Suspected washouts lead to derailment, train traffic disruptions in northern Ontario

Both Canadian Pacific and Canadian National main lines north of Parry Sound, Ont. experienced washouts late on July 24, causing a freight train derailment and railway traffic disruptions.

Two crew members of northbound CN freight train not seriously injured in crash, spokesperson says

A CN freight train derailed in the late evening of July 24, north of Pointe au Baril, Ont. (Travis Golby/CBC)

Suspected washouts compromised the railway main lines of Canadian National and Canadian Pacific between Parry Sound and French River, causing a freight train derailment north of Pointe au Baril, Ont. late in the evening of July 24. One line has since reopened to train traffic.

Larry Olds, fire chief of Britt and Area Fire and Rescue Department, confirmed that his department was on standby to help railway crews as necessary, but they have not required assistance.

Olds said the derailment took place at Naiscoot, between Magnetawan First Nation and Pointe au Baril, Ont.

A Transportation Safety Board of Canada (TSB) spokesperson told CBC News that the derailment happened at 10:48 p.m. Saturday, July 24. The crew experienced minor injuries when the lead locomotive and roughly two-dozen freight cars left the tracks.

"The train was carrying 99 cars (57 Loads, 42 Empties), weighed 2942 tons and was 5,849 feet long. The TSB is not deploying investigators, but continues to monitor the situation, gather information and assess the occurrence," said spokesperson Chris Krepski in an email.

Highway 529 remains closed through the evening on July 25 as railway crews work in the area.

Olds said he could not provide further information because the Canadian Pacific Police Service was in charge of the scene. CBC News spoke with a Canadian Pacific spokesperson but did not receive any information about the cause of the derailment, the condition of the tracks or when it would reopen its line.

A CN spokesperson told CBC News that the cause of the accident remains under investigation.

"A CN locomotive and 24 empty intermodal railcars derailed in various positions on CP's Parry Sound Subdivision near the municipality of Archipelago, approximately 30 minutes north of Parry Sound. There are no reported injuries, dangerous goods, spills or fire. CN and CP crews are on the scene," said Mathieu Gaudreault in an email.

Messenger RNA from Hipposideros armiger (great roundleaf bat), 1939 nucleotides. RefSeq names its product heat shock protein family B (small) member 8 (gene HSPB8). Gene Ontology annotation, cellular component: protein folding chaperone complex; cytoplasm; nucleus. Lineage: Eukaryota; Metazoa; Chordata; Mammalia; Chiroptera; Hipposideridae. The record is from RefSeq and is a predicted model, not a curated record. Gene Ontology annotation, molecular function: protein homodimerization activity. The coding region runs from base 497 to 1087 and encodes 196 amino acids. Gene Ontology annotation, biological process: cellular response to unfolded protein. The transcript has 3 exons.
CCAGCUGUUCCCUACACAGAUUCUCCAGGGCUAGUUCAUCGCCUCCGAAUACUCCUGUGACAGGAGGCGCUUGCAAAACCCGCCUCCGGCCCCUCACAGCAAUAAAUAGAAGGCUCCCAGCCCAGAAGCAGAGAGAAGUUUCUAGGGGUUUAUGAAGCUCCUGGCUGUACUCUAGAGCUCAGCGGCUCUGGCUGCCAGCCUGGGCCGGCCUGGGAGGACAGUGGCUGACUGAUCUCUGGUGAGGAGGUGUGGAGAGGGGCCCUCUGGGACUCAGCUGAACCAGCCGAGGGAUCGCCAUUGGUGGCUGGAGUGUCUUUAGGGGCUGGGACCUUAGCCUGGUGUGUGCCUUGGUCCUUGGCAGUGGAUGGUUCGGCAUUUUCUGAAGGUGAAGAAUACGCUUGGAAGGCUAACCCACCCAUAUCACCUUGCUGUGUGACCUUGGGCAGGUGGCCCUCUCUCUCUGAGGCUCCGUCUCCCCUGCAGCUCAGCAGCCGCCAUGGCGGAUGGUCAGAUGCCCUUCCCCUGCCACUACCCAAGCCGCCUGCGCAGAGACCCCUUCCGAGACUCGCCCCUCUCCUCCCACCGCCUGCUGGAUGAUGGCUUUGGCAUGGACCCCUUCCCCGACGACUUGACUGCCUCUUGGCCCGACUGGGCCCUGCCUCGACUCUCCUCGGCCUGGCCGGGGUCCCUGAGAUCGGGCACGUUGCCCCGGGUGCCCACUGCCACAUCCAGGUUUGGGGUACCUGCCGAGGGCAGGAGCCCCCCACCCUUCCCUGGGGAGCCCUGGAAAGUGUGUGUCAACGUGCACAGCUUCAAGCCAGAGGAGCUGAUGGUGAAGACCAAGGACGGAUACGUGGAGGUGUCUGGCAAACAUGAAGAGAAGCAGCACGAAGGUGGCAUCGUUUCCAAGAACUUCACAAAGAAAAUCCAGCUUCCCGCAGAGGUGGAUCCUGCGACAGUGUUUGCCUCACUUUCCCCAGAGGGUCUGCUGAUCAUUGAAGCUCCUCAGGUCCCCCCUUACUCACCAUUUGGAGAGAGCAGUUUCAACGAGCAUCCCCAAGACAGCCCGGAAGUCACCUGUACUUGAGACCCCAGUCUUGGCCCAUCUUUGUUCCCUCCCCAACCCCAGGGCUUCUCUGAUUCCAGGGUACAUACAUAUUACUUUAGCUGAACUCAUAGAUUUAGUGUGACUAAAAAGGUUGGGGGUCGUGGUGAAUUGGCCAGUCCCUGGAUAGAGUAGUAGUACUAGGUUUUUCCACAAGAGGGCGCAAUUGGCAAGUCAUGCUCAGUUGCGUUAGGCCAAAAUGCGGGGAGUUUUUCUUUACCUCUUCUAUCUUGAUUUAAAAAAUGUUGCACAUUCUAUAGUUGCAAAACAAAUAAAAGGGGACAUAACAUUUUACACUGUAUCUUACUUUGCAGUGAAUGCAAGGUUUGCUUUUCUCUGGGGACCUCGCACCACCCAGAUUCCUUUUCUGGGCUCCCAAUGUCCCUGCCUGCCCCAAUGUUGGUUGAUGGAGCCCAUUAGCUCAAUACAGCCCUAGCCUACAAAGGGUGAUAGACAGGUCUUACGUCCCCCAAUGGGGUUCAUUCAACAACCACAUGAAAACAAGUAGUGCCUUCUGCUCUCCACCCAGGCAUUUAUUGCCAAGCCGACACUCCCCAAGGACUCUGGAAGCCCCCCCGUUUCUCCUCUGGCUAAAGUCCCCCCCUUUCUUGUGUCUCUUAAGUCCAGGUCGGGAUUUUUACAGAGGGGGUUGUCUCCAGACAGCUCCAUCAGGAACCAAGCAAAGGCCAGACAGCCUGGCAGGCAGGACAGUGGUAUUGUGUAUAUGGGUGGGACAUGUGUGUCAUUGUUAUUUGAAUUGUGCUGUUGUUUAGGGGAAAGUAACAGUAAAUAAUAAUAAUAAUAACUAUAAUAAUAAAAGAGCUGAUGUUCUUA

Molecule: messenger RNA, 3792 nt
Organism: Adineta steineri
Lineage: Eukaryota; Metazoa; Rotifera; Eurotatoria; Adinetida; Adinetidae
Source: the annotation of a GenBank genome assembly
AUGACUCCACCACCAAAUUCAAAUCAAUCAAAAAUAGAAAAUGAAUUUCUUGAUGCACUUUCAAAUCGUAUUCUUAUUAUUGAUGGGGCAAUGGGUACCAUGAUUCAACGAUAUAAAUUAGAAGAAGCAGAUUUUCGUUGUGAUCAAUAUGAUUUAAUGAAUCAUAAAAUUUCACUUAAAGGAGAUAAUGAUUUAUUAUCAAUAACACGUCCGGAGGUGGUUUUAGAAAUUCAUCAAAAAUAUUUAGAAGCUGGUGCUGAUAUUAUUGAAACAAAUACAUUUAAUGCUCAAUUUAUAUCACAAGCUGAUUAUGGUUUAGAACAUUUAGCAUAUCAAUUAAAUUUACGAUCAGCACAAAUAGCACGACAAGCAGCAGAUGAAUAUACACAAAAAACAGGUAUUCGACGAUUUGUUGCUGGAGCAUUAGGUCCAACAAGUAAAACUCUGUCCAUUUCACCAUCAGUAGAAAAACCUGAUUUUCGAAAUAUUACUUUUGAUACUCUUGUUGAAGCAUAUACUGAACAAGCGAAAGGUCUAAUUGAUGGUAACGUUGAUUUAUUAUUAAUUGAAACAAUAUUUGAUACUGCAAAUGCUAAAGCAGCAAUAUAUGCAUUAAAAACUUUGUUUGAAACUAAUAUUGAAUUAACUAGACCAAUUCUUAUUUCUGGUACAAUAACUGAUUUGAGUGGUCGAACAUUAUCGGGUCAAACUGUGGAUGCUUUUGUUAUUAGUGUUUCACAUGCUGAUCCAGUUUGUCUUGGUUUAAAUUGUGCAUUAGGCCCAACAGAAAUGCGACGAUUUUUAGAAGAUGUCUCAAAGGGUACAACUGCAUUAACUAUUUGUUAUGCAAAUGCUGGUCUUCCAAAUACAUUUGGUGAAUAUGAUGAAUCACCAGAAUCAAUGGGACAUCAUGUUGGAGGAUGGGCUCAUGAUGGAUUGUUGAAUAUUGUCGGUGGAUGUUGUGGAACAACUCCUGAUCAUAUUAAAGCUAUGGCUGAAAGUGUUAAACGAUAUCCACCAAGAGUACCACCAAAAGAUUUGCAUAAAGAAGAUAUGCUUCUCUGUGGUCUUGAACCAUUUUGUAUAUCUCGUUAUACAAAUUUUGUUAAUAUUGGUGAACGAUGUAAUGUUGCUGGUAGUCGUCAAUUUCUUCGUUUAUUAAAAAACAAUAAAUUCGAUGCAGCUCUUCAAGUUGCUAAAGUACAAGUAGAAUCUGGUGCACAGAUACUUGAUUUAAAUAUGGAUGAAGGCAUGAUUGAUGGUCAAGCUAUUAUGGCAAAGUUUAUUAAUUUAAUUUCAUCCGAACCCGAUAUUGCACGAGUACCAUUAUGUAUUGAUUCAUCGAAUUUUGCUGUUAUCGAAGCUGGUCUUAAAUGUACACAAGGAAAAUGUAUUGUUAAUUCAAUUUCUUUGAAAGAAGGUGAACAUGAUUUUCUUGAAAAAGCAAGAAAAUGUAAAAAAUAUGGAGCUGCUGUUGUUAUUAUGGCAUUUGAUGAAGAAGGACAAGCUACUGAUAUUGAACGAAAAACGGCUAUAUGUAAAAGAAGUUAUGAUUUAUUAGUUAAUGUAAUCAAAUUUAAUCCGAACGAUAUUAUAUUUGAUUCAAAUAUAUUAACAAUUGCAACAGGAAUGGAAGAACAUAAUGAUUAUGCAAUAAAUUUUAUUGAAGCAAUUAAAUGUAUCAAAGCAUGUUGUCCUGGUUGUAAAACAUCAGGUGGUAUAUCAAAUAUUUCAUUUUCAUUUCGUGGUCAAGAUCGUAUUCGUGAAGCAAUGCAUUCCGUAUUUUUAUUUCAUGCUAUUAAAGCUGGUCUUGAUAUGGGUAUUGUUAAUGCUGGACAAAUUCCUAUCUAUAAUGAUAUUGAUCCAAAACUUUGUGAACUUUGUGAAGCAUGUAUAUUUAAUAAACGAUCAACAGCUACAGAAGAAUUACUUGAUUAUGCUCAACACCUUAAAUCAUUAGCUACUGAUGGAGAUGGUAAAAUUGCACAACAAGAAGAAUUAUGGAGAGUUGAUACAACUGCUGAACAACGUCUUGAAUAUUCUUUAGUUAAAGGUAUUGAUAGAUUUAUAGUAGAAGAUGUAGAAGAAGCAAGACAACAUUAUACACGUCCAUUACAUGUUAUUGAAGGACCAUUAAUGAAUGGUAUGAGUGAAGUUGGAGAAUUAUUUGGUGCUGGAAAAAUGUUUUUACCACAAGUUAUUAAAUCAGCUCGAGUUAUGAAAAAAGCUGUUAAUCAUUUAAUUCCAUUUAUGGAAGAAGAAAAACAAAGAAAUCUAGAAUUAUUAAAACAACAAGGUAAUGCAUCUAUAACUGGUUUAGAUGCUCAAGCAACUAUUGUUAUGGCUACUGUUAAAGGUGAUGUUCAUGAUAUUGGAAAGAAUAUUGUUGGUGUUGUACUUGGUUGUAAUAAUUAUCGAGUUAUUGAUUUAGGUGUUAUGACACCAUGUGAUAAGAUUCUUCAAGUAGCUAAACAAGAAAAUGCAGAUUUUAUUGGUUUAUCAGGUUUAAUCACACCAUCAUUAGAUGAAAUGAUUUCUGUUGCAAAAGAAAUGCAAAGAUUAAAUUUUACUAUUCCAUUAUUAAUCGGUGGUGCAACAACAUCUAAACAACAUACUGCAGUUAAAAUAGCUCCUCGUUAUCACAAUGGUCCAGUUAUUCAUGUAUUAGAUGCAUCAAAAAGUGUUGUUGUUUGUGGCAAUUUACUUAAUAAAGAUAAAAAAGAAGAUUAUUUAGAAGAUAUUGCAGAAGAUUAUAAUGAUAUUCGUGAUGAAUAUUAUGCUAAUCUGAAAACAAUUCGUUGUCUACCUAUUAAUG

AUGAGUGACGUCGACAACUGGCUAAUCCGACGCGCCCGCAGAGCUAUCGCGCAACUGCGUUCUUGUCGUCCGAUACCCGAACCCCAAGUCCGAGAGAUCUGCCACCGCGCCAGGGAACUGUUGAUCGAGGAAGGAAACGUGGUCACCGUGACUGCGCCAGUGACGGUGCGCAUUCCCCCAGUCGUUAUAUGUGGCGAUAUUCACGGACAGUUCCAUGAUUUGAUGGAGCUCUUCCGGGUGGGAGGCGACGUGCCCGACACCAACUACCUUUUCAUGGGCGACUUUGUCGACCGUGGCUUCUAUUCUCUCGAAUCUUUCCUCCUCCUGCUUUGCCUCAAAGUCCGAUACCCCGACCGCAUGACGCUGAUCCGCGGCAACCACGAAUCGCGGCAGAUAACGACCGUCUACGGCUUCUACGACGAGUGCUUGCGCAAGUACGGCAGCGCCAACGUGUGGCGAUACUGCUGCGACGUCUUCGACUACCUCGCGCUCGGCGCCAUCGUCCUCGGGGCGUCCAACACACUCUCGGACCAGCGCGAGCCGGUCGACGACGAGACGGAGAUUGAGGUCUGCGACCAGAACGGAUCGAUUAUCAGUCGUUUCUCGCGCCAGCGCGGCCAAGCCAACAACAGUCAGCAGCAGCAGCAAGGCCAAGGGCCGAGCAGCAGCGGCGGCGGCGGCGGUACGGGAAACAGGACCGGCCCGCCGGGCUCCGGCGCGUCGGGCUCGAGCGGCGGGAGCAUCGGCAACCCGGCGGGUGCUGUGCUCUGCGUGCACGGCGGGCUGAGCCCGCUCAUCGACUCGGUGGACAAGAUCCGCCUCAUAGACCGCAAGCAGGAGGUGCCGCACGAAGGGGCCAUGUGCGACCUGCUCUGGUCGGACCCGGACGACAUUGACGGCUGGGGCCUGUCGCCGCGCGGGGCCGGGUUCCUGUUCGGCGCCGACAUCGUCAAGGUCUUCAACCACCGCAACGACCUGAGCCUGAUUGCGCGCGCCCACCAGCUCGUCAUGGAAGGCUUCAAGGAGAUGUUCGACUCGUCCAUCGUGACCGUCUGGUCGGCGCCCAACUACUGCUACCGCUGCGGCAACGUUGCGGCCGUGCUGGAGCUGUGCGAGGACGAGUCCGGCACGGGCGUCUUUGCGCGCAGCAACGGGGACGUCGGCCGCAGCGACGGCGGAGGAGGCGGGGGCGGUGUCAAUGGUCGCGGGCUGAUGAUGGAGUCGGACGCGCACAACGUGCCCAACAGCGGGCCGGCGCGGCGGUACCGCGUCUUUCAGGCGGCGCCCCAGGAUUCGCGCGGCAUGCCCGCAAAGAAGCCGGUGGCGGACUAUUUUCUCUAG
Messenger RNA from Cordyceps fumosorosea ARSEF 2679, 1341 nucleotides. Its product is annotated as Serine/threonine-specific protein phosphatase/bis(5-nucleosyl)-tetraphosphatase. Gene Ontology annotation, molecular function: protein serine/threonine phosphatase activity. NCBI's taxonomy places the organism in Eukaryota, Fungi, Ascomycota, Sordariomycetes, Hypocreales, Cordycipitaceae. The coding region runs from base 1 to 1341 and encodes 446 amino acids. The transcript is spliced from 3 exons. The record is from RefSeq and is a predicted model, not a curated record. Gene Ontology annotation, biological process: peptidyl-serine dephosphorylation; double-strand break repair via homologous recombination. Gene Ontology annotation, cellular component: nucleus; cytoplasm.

According to a railway employee, the train was traveling northbound between Montreal and Prince Rupert, B.C. when it reportedly hit a washout. 

The derailment happened on CP-owned tracks. CN and CP share track in the area through a directional travel agreement.

Another railway worker indicated that a separate washout took place on the CN line around the same time, meaning both companies' cross-Canada main lines were temporarily blocked. However, the employee said crews detected and repaired that washout before any train traffic passed through the area.

Gaudreault later confirmed that a small washout made CN halt trains on its Bala Subdivision that night. He said crews have since inspected, repaired and returned the tracks to service.

Passengers aboard Via Rail's The Canadian have faced several hours of delays as they wait for backlogged traffic to clear the line. The crew has given them chances to get off the train on the safe side of the tracks for fresh air. (Submitted by Borys Skoropadsky)

Via Rail passengers face five-hour delay

Passengers traveling from Toronto on Via Rail's The Canadian experienced significant delays due to the washouts. Passenger Borys Skoropadsky was aboard the northbound train when it pulled into a siding north of Parry Sound around 2:40 p.m., July 25.

Via Rail crews soon informed passengers about the previous night's washouts and derailment, and said the passenger train would be holding for five southbound trains to pass before it could continue northward.

They estimated a roughly five-hour delay, putting their departure time into the evening. All northbound trains normally take the CP mainline, eliminating waits in sidings.

Skoropadsky said crews are trying to manage the situation as best they can.

"They're doing a fantastic job of keeping us entertained, letting us go outside and get some fresh air," he said.

Skoropadsky has a canoe with him as he heads to Wabakimi Provincial Park in northwestern Ontario to paddle roughly 600 kilometres while raising money for food banks.

Large portions of Ontario saw heavy rainstorms Saturday that led Environment Canada to issue rainfall warnings. Neither of the railway spokespersons were able to comment on the causes of the reported washouts.


Warren Schlote is a reporter at CBC Sudbury. Connect with him via email at, or on Twitter at @ReporterWarren.


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